To see additional historical data, a player may use the “More Data” button 124 to view additional historical game data not presently shown on the game performance display 121. In some embodiments, this option will let a player scroll back and forth on the graph to show the historical game data and the progression from the historical game data to the present game data. For example, a player may specify that they want to go back 5000 games to see the progression of the game's hit frequency and any perceivable trend or pattern. The graph may jump back 5000 games and then automatically scroll right to left until it reaches the display of the current game information. The “More Data” button 124 may display these or other options on a portion of the game display 120, or on another display associated with the gaming device 110.
In the second screen display shown in the embodiment illustrated by
The game performance display portion 150 may include pull-down menus 155 associated with various game performance display 121 options, such as performance metrics to show, a type of performance display, and a display range. The particular historical game data portion 170 may be set to show specific information that a player may find to be valuable, such as the hand for the last 4 of a kind that was hit. This portion 170 of the display may allow a player to see which cards formed the 4 of a kind, and what the kicker (other) card was. In some embodiments, only some of these options may be available to certain types of players. For example, the options of changing the display type or looking at past hands may be limited to identified players (such as players that are part of a player loyalty club) or valued players meeting one or more criterion such as an average coin-in minimum.
The more data button 124 may also be used to change the type of display, the ranges associated with the display, or the type of information that is being displayed. For example, a player may choose to see a chart based list of four of a kind hits (
Referring again to
In some embodiments, the game performance display 121 may have shading, coloration, or other special formatting associated with the display to provide additional emphasis to certain aspects of the summarized game data. For example, the line of the line graph 125 may be colored red (and/or bolded, etc.) when it is above the reference line 122 to emphasize that the game is doing better than a theoretical metric. Here, the line graph 125 may be colored blue (and/or be dashed, etc.) when it is below the reference line 122. Alternatively, the area between the line graph 125 and the reference line 122 may be colored or shaded. For example, when the line graph 125 is above the reference line 122, the area between the line graph and the reference line (the area under the curve) may be colored red to signify that the game is doing better than an expected average. Similarly, when the line graph 125 is below the reference line 122, the area between the line graph and the reference line may be colored blue. Additional or different coloration, shading, or formatting schemes may be used in other embodiments to provide similar information or emphasis to a player.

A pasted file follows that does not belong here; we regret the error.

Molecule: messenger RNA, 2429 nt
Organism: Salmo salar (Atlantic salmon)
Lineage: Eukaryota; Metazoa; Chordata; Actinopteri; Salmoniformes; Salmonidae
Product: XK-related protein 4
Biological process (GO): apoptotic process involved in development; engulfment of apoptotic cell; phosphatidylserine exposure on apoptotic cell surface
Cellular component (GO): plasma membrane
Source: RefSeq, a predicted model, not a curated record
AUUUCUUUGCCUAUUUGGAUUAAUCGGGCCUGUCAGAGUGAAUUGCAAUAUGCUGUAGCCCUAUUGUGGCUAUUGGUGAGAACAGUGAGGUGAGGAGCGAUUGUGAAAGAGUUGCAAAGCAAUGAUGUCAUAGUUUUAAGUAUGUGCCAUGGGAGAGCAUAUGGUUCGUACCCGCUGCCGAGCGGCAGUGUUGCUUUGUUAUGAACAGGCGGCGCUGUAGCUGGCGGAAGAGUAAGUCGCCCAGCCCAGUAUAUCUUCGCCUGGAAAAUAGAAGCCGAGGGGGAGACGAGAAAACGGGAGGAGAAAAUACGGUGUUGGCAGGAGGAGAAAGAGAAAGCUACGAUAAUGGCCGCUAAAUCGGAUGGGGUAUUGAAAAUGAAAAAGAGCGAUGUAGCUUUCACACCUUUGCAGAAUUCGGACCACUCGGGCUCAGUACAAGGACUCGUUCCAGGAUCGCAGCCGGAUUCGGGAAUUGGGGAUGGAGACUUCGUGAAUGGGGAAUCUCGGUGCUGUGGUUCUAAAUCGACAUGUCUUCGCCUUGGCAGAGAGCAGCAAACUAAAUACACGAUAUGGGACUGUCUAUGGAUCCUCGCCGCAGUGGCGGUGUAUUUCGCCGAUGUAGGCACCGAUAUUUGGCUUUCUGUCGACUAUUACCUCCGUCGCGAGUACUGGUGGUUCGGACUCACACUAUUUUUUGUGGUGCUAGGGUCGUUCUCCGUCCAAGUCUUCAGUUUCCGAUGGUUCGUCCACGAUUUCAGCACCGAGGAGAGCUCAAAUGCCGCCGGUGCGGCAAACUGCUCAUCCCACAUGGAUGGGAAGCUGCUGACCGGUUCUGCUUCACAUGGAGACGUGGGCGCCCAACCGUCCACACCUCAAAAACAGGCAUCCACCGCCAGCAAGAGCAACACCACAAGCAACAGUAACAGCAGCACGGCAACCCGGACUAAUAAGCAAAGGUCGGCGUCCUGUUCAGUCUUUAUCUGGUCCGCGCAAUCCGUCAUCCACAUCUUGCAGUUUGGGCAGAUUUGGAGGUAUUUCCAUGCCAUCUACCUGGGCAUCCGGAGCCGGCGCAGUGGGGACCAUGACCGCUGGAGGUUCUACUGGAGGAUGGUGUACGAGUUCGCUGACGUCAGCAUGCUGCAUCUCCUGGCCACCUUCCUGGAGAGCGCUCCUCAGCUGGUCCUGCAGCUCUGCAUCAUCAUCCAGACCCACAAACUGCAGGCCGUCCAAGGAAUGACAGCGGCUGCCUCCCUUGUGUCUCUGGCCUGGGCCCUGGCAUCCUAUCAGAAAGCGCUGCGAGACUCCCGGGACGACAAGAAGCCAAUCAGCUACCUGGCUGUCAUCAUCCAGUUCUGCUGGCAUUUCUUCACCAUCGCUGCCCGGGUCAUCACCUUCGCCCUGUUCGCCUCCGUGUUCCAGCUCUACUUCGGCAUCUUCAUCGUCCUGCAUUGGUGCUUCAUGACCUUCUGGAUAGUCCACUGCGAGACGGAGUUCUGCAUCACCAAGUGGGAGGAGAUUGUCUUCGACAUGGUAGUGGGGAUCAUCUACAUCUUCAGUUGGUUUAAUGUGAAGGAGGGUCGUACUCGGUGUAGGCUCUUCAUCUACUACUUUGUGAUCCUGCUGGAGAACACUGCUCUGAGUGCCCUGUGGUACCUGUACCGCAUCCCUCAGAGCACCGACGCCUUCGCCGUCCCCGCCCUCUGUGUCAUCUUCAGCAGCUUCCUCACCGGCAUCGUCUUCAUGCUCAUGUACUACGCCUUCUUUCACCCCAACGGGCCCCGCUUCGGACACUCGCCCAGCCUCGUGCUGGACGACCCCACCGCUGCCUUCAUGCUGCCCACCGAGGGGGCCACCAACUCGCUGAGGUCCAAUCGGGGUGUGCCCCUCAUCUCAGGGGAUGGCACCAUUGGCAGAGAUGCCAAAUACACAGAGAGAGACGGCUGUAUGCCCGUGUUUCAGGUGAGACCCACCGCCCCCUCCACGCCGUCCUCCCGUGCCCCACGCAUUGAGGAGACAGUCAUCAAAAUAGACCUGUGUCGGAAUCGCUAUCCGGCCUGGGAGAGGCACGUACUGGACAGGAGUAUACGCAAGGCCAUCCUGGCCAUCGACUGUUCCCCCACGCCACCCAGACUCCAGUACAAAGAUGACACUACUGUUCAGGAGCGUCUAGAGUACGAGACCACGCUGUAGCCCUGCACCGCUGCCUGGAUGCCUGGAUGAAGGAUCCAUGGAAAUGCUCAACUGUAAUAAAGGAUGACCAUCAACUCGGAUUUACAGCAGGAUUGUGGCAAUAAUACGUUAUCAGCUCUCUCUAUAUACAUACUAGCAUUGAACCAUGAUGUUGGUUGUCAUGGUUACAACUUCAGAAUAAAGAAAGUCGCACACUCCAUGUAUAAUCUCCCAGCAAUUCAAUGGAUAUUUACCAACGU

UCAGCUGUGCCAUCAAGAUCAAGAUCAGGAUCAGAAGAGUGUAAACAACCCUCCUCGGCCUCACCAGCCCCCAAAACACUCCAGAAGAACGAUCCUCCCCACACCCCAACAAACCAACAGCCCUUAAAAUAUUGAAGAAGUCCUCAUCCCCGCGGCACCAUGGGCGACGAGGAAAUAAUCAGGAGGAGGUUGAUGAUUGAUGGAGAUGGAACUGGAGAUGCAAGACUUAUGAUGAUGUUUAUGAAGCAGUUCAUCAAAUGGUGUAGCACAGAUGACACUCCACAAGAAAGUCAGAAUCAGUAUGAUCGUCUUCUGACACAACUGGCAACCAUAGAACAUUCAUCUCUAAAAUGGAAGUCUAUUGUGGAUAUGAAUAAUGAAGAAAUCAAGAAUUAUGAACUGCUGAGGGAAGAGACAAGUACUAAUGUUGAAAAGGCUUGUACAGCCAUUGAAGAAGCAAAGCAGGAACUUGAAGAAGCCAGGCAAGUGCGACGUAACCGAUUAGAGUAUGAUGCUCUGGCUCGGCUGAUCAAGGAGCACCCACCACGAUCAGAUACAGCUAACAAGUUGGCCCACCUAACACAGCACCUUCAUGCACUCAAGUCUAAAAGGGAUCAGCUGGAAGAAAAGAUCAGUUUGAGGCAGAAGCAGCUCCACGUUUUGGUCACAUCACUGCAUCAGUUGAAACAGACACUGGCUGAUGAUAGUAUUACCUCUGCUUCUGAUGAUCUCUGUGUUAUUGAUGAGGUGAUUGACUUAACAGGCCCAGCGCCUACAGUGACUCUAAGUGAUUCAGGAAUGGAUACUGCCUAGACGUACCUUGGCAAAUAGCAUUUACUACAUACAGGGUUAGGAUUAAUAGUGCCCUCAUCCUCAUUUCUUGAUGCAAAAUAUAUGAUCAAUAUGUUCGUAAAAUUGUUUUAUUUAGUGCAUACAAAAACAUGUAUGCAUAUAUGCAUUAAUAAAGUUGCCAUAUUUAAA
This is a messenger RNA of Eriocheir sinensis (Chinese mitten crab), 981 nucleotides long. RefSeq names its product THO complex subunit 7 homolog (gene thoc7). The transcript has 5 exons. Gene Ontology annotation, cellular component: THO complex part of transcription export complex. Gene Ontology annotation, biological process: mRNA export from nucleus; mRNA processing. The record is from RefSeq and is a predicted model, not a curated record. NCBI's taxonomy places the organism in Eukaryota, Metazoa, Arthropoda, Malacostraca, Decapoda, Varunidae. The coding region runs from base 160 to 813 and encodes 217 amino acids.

Historical game data used in the game performance display 121 may be maintained in the gaming device memory 41 (
In some embodiments, the ability to provide a game performance display 121 may be downloaded to a gaming device 110 from a remote server 80 (
There are several advantages of maintaining historical game data records on a remote database 90. These advantages include the flexibility of processing data for a particular player over multiple game devices, for particular types of game devices, or even gaming devices spread across related casino properties. Here, the remote game data can be accessed by any gaming device that is connected to the remote server 80 and utilized in preparing relevant game performance information for a player of the gaming device 110.
The game performance display 200A shown in the embodiment illustrated in
In other embodiments, the actual hits 215 and theoretical hits 220 may be shown by numerical values. This format may allow for more flexible game session intervals 210 to be set, but may not be as intuitive or easily understandable as the symbol based version shown in